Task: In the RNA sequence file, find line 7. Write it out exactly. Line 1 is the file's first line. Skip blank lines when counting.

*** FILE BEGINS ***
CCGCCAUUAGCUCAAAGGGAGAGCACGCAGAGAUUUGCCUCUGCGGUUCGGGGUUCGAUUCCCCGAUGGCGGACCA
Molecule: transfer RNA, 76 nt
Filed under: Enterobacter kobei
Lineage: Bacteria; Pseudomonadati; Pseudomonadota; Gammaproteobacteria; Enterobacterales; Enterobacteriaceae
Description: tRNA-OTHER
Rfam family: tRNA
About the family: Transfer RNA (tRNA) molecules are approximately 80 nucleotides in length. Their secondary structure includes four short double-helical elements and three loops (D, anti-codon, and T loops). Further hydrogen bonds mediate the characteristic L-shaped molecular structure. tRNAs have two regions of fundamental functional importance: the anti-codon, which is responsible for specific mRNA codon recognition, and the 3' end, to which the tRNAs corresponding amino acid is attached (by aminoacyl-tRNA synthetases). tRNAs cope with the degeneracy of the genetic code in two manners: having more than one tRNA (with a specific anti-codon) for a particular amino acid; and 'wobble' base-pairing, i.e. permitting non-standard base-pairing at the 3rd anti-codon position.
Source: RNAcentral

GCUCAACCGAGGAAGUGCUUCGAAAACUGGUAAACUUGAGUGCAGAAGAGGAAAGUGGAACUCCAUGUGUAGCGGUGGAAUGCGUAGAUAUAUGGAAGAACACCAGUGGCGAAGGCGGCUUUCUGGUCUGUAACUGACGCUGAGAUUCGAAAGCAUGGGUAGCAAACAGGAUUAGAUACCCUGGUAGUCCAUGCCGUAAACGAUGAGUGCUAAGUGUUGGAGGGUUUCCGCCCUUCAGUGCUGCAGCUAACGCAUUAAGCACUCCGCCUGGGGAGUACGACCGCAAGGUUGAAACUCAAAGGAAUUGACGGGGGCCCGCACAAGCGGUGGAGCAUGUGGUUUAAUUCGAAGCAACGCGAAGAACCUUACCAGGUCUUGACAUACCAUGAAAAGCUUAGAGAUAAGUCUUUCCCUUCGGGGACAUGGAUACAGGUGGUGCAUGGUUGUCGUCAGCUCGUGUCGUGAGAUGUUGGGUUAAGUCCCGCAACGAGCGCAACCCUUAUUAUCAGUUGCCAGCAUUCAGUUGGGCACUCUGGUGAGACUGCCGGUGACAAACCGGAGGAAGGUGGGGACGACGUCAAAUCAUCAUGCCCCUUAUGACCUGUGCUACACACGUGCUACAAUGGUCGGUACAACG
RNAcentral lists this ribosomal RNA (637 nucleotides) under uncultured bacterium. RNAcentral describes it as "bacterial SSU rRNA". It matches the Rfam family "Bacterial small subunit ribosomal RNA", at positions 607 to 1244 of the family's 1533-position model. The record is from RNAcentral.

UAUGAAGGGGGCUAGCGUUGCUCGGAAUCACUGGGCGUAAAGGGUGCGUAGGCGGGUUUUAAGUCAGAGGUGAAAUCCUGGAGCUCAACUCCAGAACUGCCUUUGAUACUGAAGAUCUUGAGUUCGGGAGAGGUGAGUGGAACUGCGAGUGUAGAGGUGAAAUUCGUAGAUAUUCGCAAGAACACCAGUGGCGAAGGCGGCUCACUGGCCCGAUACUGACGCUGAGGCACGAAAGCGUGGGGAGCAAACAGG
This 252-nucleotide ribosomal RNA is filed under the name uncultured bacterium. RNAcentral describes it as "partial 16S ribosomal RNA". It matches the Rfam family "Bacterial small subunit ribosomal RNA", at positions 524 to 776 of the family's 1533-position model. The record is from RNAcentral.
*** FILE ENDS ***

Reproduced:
About the family: Transfer RNA (tRNA) molecules are approximately 80 nucleotides in length. Their secondary structure includes four short double-helical elements and three loops (D, anti-codon, and T loops). Further hydrogen bonds mediate the characteristic L-shaped molecular structure. tRNAs have two regions of fundamental functional importance: the anti-codon, which is responsible for specific mRNA codon recognition, and the 3' end, to which the tRNAs corresponding amino acid is attached (by aminoacyl-tRNA synthetases). tRNAs cope with the degeneracy of the genetic code in two manners: having more than one tRNA (with a specific anti-codon) for a particular amino acid; and 'wobble' base-pairing, i.e. permitting non-standard base-pairing at the 3rd anti-codon position.